Below are examples of bryozoans you might find in the rocky intertidal or washed up on the beaches. There aren’t too many. Just the ones that are big enough for me to easily find and photograph, so it’s not a big list. As for identification, I can get close, I hope, with the readily available field guides and online resources (see References, at the bottom of the page). There’s nothing really new here except my my photographic take on common bryozoans, and a natural history note if I can think of something that hasn’t already been over-said.
I use the organization followed by Lamb and Hanby (2005). Common names are my choice. I refer to WoRMS for scientific names, and I learn a ton by browsing the natural history riches in Kozloff (1993). All photos are from northern Oregon unless otherwise noted in the caption.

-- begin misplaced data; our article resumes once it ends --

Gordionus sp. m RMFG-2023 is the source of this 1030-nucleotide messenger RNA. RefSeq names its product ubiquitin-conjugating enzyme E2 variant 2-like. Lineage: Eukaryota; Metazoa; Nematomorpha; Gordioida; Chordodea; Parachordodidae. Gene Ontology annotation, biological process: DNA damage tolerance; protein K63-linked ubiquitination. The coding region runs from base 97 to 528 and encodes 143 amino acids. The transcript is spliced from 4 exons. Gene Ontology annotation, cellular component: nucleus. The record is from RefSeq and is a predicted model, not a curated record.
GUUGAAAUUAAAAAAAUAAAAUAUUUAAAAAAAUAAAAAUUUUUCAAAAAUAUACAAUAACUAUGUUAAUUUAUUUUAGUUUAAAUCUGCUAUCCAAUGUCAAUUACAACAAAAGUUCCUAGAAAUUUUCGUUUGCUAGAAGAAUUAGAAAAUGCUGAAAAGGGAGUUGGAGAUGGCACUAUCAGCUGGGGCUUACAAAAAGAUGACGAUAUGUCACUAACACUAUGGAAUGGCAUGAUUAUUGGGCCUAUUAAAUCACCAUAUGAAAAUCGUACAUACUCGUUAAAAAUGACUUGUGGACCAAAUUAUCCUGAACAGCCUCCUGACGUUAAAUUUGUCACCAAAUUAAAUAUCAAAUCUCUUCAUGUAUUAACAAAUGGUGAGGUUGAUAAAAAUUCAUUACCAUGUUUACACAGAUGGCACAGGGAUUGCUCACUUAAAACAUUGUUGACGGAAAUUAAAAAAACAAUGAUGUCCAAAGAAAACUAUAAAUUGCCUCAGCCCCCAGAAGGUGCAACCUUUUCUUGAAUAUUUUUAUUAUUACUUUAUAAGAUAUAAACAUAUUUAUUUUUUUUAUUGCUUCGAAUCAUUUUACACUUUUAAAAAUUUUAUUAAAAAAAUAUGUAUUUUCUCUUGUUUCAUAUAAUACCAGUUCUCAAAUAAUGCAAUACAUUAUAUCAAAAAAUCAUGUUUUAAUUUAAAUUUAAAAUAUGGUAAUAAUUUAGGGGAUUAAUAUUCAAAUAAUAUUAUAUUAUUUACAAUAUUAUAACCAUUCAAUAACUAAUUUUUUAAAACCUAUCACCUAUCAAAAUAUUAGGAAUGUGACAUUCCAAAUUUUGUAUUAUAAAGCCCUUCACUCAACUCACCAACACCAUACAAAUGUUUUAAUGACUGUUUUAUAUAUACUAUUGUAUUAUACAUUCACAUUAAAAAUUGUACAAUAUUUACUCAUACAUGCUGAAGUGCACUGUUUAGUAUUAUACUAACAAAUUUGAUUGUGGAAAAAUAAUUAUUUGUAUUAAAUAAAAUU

Let’s explore bryozoans!
If you judged from the images below, you might say it looks like Flustrellidra tends to affiliate with Laminaria sinclairii. I don’t know if there’s much of an association, but they do co-occur fairly commonly on surf-swept shores.
Unidentified encrusting bryozoan
In real life, and in this image, there’s a soft look, but far from it, this crust is hard.
Harbo, R. M. 2011. Whelks to Whales: Coastal Marine Life of the Pacific Northwest. 2nd ed. Harbour Publishing Co.
Kozloff, E. N. 1993. Seashore Life of the Northern Pacific Coast. 3rd ed. University of Washington Press.
Lamb, A. and B. P. Hanby. 2005. Marine Life of the Pacific Northwest. Harbour Publishing.
Sept. J. D. 2009. The Beachcomber’s Guide to Seashore Life in the Pacific Northwest. Revised ed. Harbour Publishing.
On Line Resources
It’s worth taking a look at iNaturali’s Leather Bryozoan (Flustrellidra corniculata) page.